When Star-Gazing Gets Technical
Cal State East Bay is the proud owner of a new
global science tool —
meet the undergraduates using and helping to build it
Assistant Professor Amy Furniss has taken her interest in the study of very high energy astroparticle physics to new heights.
Rather than simply interpreting cosmic phenomena through her association with VERITAS (the Very Energetic Radiation Imaging Telescope Array System based in Arizona), she’s made an investment with her faculty startup funding from Cal State East Bay to purchase one of two mirrors for a new telescope at the observatory site in Tucson. The telescope, the best of its kind in the world, will be used to gather and share data on cosmic events with scientists across the globe.
“There are just a few other instruments like this worldwide,” Furniss says. “To corroborate scientific findings, we use VERITAS to communicate with NASA space telescopes so they can repoint their direction and we can all try to catch the same observations when an event occurs that requires further investigation.”
For the lay person, Furniss is the proud owner of a very expensive, very large mirror — one that is also enabling her undergraduate students to glimpse the fiery battles of stars and distant galaxy formation. But they’re not only observers in this new scheme of ownership. Cal State East Bay students are taking a hand in everything from writing custom software for the new telescope to analyzing gamma ray data to measuring the distance from Earth to the most extreme galaxies in the universe.
Senior Glenn Norris, Jr., who is double majoring in computer engineering and physics, was one of three students who recently went with Furniss to visit her new purchase in Arizona. Because of his background in both fields of science, Norris has been tasked with writing a new operating program for the optical equipment, which is currently being constructed beside the old telescope.
“I’m writing real-time analysis for the new telescope that’s being built; I got to see what the old one does and how it’s being used in observing the night sky and showers, which are the events we want to understand,” Norris says. “So now I can drive the software in that direction. If we simply continued using the old software, there would be glitches and delays — and we want to see things happening with no or as little delay as possible.”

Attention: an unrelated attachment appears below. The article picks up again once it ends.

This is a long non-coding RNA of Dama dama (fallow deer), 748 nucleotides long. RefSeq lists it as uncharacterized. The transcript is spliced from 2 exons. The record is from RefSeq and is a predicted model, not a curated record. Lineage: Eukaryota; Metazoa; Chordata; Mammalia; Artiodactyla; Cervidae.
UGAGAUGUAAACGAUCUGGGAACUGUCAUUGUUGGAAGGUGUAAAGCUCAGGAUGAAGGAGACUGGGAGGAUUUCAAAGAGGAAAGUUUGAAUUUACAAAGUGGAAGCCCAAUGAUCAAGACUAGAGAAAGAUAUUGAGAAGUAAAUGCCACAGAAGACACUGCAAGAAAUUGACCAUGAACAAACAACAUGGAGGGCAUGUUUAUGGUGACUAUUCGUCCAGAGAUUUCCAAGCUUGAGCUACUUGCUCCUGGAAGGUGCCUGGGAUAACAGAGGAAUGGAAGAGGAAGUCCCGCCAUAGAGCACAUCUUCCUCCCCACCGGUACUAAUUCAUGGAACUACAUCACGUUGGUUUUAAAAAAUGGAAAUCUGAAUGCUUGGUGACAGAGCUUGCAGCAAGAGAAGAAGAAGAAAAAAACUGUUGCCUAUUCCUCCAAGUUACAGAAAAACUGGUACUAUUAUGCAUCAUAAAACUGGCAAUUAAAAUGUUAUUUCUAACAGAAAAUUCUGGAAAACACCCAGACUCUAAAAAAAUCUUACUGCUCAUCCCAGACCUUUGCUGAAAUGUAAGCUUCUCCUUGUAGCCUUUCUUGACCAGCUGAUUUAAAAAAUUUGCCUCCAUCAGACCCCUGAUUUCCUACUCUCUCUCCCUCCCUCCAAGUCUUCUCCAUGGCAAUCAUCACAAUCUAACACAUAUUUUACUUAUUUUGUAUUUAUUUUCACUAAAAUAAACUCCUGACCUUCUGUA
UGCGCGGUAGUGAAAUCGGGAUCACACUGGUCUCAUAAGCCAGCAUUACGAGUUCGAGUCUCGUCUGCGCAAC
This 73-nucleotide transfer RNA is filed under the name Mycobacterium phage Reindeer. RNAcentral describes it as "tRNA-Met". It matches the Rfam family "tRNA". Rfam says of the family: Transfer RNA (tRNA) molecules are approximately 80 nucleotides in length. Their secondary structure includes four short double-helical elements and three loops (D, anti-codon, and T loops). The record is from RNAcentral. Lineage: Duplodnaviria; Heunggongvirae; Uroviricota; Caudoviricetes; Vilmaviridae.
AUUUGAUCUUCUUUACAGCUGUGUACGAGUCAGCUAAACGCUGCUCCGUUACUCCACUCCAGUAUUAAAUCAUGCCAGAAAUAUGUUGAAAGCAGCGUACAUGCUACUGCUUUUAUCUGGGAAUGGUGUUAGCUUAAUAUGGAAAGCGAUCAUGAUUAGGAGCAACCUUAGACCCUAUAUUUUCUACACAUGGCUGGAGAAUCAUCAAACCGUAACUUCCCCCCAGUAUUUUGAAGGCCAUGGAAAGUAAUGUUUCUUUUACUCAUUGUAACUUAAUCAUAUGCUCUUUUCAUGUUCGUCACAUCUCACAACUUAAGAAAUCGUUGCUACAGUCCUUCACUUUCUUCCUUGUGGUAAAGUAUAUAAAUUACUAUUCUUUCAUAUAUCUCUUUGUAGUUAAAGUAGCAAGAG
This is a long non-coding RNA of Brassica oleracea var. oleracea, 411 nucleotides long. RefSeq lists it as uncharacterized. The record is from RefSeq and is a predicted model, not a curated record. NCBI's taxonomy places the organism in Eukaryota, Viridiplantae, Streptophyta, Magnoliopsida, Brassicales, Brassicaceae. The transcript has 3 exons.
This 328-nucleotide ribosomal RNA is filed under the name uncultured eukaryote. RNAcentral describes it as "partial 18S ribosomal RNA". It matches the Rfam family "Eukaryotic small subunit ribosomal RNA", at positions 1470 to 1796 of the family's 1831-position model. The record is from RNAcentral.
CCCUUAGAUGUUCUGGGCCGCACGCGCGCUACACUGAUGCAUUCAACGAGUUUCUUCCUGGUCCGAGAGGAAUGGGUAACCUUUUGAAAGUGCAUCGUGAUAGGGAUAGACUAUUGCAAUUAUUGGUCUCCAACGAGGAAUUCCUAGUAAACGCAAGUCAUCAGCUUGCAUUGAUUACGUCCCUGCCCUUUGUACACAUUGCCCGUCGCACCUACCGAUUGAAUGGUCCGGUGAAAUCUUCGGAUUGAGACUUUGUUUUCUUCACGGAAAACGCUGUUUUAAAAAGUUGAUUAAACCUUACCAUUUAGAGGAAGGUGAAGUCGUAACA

But the coding isn’t what motivates him:
“Trying to wrap your head around how big the universe is and how small we are, it’s mind-blowing, it’s humbling. At every moment there’s a star blowing up, galaxies being formed from dust; we’re lucky that our galaxy formed the way it did — and why is that? Why did it form so uniquely, so that we could all be here, totally unaware of all these other cosmic events that are going on just outside?”
Instruments such as VERITAS will help shed light on Norris’ questions — and those of scientists everywhere. For example, the telescope recently caught a phenomenon that Furniss and her peers are now scrambling to figure out.
“Recently, there was an unprecedented detection of gamma rays from a galaxy that seems to have two super massive black holes orbiting each other inside of it,” Furniss says. “And all of the sources that have ever been detected before only had one.”
Because physicists have always believed the gravitational force of a black hole meant total annihilation for anything that crossed its path, how two super massive black holes could continue to orbit one another for billions of years is a theory-shattering event.
“Basically what it means is that what we thought we understood has been turned upside down,” Furniss says. “The whole process of galaxy formation needs to be rethought.”
And she has more students working on the fundamental questions that will someday help us figure out answers to those types of questions.
For example, Trent Rosenquist, who hopes to obtain his Ph.D. and someday teach at Cal State East Bay, is measuring the distance between Earth and other galaxies.
“I’m really interested in frontier science — it’s amazing just to be out there and look through that telescope lens and to try and answer those fundamental questions of how the universe formed,” Rosenquist says. “I’m looking for what’s called ‘redshift’ — it’s how fast these galaxies are moving away from us. We know that the universe is expanding at a certain rate given the Hubble constant, so using that, we can determine how far away [these galaxies] are.”
More simply, redshift is a way of describing how a galaxy appears in visible light, but not how bright it actually is. Visible light tells astronomers how far away and how old galaxies are, but interference between the gamma rays a galaxy emits and the photons from stars that cross its path change how the galaxy looks, which is a key part of disentangling the mystery of its origins.
Senior Ethan Rinck, by comparison, is working on what Furniss calls the “largest dataset on a source VERITAS has ever taken.”
“Even though a lot of what I’m doing is going through data and staring at a computer screen, I really don’t mind because the subject matter is so interesting,” Rinck says. “I now see myself working in research and doing this type of work into the future.”
It’s exactly the outcome Furniss was hoping for in taking students out to the telescope — inspiring them to pursue futures in physics — but there’s been a personal return on investment that took the professor by surprise.
“Working with these undergrads down at the VERITAS telescope site was inspiring,” she says. “They all jumped into the opportunity, asking questions, operating the telescopes, discussing what we saw when we looked into the sky. Although I’ve been down to the site more than 100 times, this was the best trip yet. I can’t wait to continue the experience for more students in the coming years.”
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